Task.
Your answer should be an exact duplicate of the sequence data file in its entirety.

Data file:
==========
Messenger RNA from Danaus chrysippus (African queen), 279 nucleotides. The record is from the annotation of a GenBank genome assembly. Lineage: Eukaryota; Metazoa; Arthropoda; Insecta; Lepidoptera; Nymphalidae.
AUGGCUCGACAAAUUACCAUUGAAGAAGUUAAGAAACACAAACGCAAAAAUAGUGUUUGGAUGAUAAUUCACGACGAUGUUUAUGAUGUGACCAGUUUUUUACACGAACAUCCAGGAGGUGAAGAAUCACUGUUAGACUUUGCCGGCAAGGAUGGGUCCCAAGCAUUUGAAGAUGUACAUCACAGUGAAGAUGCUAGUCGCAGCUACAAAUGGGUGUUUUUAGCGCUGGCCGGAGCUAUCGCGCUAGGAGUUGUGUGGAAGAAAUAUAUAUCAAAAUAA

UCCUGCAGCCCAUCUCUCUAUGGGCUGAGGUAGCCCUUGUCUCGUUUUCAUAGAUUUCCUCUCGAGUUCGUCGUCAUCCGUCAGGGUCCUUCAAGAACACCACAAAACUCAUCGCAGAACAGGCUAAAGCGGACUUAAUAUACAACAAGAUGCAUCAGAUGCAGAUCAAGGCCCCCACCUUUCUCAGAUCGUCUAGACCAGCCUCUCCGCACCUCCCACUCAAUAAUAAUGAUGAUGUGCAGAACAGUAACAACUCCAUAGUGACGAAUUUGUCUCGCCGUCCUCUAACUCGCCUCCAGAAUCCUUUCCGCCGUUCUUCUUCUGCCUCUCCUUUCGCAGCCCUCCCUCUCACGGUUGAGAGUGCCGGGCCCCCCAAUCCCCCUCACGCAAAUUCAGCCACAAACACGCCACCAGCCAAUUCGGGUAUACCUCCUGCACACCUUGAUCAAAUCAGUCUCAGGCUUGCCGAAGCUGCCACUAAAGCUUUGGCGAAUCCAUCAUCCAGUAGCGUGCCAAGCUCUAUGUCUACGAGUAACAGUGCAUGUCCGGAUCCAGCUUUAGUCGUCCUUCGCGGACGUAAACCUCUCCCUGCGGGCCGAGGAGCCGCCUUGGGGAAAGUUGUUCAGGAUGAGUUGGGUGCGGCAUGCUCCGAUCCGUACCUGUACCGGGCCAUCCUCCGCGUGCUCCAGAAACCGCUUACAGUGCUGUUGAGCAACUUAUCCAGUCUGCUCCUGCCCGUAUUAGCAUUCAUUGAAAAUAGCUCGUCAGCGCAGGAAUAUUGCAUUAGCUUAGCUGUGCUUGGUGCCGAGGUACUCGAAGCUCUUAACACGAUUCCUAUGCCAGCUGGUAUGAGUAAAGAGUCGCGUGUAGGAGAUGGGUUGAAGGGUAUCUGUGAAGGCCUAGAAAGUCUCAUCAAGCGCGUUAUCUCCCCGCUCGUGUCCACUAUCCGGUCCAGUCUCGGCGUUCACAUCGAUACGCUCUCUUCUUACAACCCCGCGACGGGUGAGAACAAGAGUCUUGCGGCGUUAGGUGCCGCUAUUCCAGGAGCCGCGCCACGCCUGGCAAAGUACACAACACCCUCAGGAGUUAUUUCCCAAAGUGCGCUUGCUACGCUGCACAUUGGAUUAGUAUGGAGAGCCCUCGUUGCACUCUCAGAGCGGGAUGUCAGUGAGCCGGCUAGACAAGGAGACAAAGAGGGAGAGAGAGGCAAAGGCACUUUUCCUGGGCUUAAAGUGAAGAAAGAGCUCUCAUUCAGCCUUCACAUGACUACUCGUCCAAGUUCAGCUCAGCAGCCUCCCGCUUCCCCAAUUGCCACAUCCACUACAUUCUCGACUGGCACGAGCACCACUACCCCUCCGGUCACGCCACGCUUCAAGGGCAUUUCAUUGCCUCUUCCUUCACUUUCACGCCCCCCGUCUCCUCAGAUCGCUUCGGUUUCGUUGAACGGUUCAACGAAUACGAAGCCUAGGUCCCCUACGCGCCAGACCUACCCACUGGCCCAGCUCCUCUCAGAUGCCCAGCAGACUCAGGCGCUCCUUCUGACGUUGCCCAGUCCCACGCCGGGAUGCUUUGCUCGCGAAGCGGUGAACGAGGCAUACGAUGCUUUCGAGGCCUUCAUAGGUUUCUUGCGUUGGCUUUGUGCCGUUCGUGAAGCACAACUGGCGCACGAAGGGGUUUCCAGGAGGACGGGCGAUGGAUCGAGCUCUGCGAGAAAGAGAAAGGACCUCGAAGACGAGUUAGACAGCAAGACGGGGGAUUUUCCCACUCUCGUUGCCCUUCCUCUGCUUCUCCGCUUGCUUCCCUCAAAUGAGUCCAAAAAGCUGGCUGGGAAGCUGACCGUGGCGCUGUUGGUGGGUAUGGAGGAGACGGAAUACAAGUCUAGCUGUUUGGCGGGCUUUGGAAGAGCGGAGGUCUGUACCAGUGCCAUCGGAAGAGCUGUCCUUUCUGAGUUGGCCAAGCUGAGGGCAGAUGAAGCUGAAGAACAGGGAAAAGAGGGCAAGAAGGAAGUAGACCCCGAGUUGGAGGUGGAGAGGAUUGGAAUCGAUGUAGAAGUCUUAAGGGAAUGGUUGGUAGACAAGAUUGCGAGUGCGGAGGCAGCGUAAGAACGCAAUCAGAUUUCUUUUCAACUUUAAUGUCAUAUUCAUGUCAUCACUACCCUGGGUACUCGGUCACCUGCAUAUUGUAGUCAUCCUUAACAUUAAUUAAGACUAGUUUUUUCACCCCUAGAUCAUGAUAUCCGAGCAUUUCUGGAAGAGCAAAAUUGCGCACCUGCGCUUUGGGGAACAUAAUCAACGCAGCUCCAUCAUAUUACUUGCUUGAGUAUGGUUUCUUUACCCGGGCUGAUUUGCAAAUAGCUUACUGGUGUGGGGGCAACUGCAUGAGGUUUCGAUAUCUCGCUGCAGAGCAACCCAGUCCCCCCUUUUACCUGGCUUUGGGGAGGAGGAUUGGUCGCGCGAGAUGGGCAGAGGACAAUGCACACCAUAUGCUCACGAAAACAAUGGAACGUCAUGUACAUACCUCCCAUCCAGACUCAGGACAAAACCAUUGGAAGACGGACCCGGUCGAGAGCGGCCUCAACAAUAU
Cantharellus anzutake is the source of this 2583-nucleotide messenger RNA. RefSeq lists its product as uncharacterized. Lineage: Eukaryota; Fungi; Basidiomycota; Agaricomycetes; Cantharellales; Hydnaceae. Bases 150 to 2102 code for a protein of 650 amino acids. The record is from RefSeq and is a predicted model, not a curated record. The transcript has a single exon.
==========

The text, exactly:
Messenger RNA from Danaus chrysippus (African queen), 279 nucleotides. The record is from the annotation of a GenBank genome assembly. Lineage: Eukaryota; Metazoa; Arthropoda; Insecta; Lepidoptera; Nymphalidae.
AUGGCUCGACAAAUUACCAUUGAAGAAGUUAAGAAACACAAACGCAAAAAUAGUGUUUGGAUGAUAAUUCACGACGAUGUUUAUGAUGUGACCAGUUUUUUACACGAACAUCCAGGAGGUGAAGAAUCACUGUUAGACUUUGCCGGCAAGGAUGGGUCCCAAGCAUUUGAAGAUGUACAUCACAGUGAAGAUGCUAGUCGCAGCUACAAAUGGGUGUUUUUAGCGCUGGCCGGAGCUAUCGCGCUAGGAGUUGUGUGGAAGAAAUAUAUAUCAAAAUAA

UCCUGCAGCCCAUCUCUCUAUGGGCUGAGGUAGCCCUUGUCUCGUUUUCAUAGAUUUCCUCUCGAGUUCGUCGUCAUCCGUCAGGGUCCUUCAAGAACACCACAAAACUCAUCGCAGAACAGGCUAAAGCGGACUUAAUAUACAACAAGAUGCAUCAGAUGCAGAUCAAGGCCCCCACCUUUCUCAGAUCGUCUAGACCAGCCUCUCCGCACCUCCCACUCAAUAAUAAUGAUGAUGUGCAGAACAGUAACAACUCCAUAGUGACGAAUUUGUCUCGCCGUCCUCUAACUCGCCUCCAGAAUCCUUUCCGCCGUUCUUCUUCUGCCUCUCCUUUCGCAGCCCUCCCUCUCACGGUUGAGAGUGCCGGGCCCCCCAAUCCCCCUCACGCAAAUUCAGCCACAAACACGCCACCAGCCAAUUCGGGUAUACCUCCUGCACACCUUGAUCAAAUCAGUCUCAGGCUUGCCGAAGCUGCCACUAAAGCUUUGGCGAAUCCAUCAUCCAGUAGCGUGCCAAGCUCUAUGUCUACGAGUAACAGUGCAUGUCCGGAUCCAGCUUUAGUCGUCCUUCGCGGACGUAAACCUCUCCCUGCGGGCCGAGGAGCCGCCUUGGGGAAAGUUGUUCAGGAUGAGUUGGGUGCGGCAUGCUCCGAUCCGUACCUGUACCGGGCCAUCCUCCGCGUGCUCCAGAAACCGCUUACAGUGCUGUUGAGCAACUUAUCCAGUCUGCUCCUGCCCGUAUUAGCAUUCAUUGAAAAUAGCUCGUCAGCGCAGGAAUAUUGCAUUAGCUUAGCUGUGCUUGGUGCCGAGGUACUCGAAGCUCUUAACACGAUUCCUAUGCCAGCUGGUAUGAGUAAAGAGUCGCGUGUAGGAGAUGGGUUGAAGGGUAUCUGUGAAGGCCUAGAAAGUCUCAUCAAGCGCGUUAUCUCCCCGCUCGUGUCCACUAUCCGGUCCAGUCUCGGCGUUCACAUCGAUACGCUCUCUUCUUACAACCCCGCGACGGGUGAGAACAAGAGUCUUGCGGCGUUAGGUGCCGCUAUUCCAGGAGCCGCGCCACGCCUGGCAAAGUACACAACACCCUCAGGAGUUAUUUCCCAAAGUGCGCUUGCUACGCUGCACAUUGGAUUAGUAUGGAGAGCCCUCGUUGCACUCUCAGAGCGGGAUGUCAGUGAGCCGGCUAGACAAGGAGACAAAGAGGGAGAGAGAGGCAAAGGCACUUUUCCUGGGCUUAAAGUGAAGAAAGAGCUCUCAUUCAGCCUUCACAUGACUACUCGUCCAAGUUCAGCUCAGCAGCCUCCCGCUUCCCCAAUUGCCACAUCCACUACAUUCUCGACUGGCACGAGCACCACUACCCCUCCGGUCACGCCACGCUUCAAGGGCAUUUCAUUGCCUCUUCCUUCACUUUCACGCCCCCCGUCUCCUCAGAUCGCUUCGGUUUCGUUGAACGGUUCAACGAAUACGAAGCCUAGGUCCCCUACGCGCCAGACCUACCCACUGGCCCAGCUCCUCUCAGAUGCCCAGCAGACUCAGGCGCUCCUUCUGACGUUGCCCAGUCCCACGCCGGGAUGCUUUGCUCGCGAAGCGGUGAACGAGGCAUACGAUGCUUUCGAGGCCUUCAUAGGUUUCUUGCGUUGGCUUUGUGCCGUUCGUGAAGCACAACUGGCGCACGAAGGGGUUUCCAGGAGGACGGGCGAUGGAUCGAGCUCUGCGAGAAAGAGAAAGGACCUCGAAGACGAGUUAGACAGCAAGACGGGGGAUUUUCCCACUCUCGUUGCCCUUCCUCUGCUUCUCCGCUUGCUUCCCUCAAAUGAGUCCAAAAAGCUGGCUGGGAAGCUGACCGUGGCGCUGUUGGUGGGUAUGGAGGAGACGGAAUACAAGUCUAGCUGUUUGGCGGGCUUUGGAAGAGCGGAGGUCUGUACCAGUGCCAUCGGAAGAGCUGUCCUUUCUGAGUUGGCCAAGCUGAGGGCAGAUGAAGCUGAAGAACAGGGAAAAGAGGGCAAGAAGGAAGUAGACCCCGAGUUGGAGGUGGAGAGGAUUGGAAUCGAUGUAGAAGUCUUAAGGGAAUGGUUGGUAGACAAGAUUGCGAGUGCGGAGGCAGCGUAAGAACGCAAUCAGAUUUCUUUUCAACUUUAAUGUCAUAUUCAUGUCAUCACUACCCUGGGUACUCGGUCACCUGCAUAUUGUAGUCAUCCUUAACAUUAAUUAAGACUAGUUUUUUCACCCCUAGAUCAUGAUAUCCGAGCAUUUCUGGAAGAGCAAAAUUGCGCACCUGCGCUUUGGGGAACAUAAUCAACGCAGCUCCAUCAUAUUACUUGCUUGAGUAUGGUUUCUUUACCCGGGCUGAUUUGCAAAUAGCUUACUGGUGUGGGGGCAACUGCAUGAGGUUUCGAUAUCUCGCUGCAGAGCAACCCAGUCCCCCCUUUUACCUGGCUUUGGGGAGGAGGAUUGGUCGCGCGAGAUGGGCAGAGGACAAUGCACACCAUAUGCUCACGAAAACAAUGGAACGUCAUGUACAUACCUCCCAUCCAGACUCAGGACAAAACCAUUGGAAGACGGACCCGGUCGAGAGCGGCCUCAACAAUAU
Cantharellus anzutake is the source of this 2583-nucleotide messenger RNA. RefSeq lists its product as uncharacterized. Lineage: Eukaryota; Fungi; Basidiomycota; Agaricomycetes; Cantharellales; Hydnaceae. Bases 150 to 2102 code for a protein of 650 amino acids. The record is from RefSeq and is a predicted model, not a curated record. The transcript has a single exon.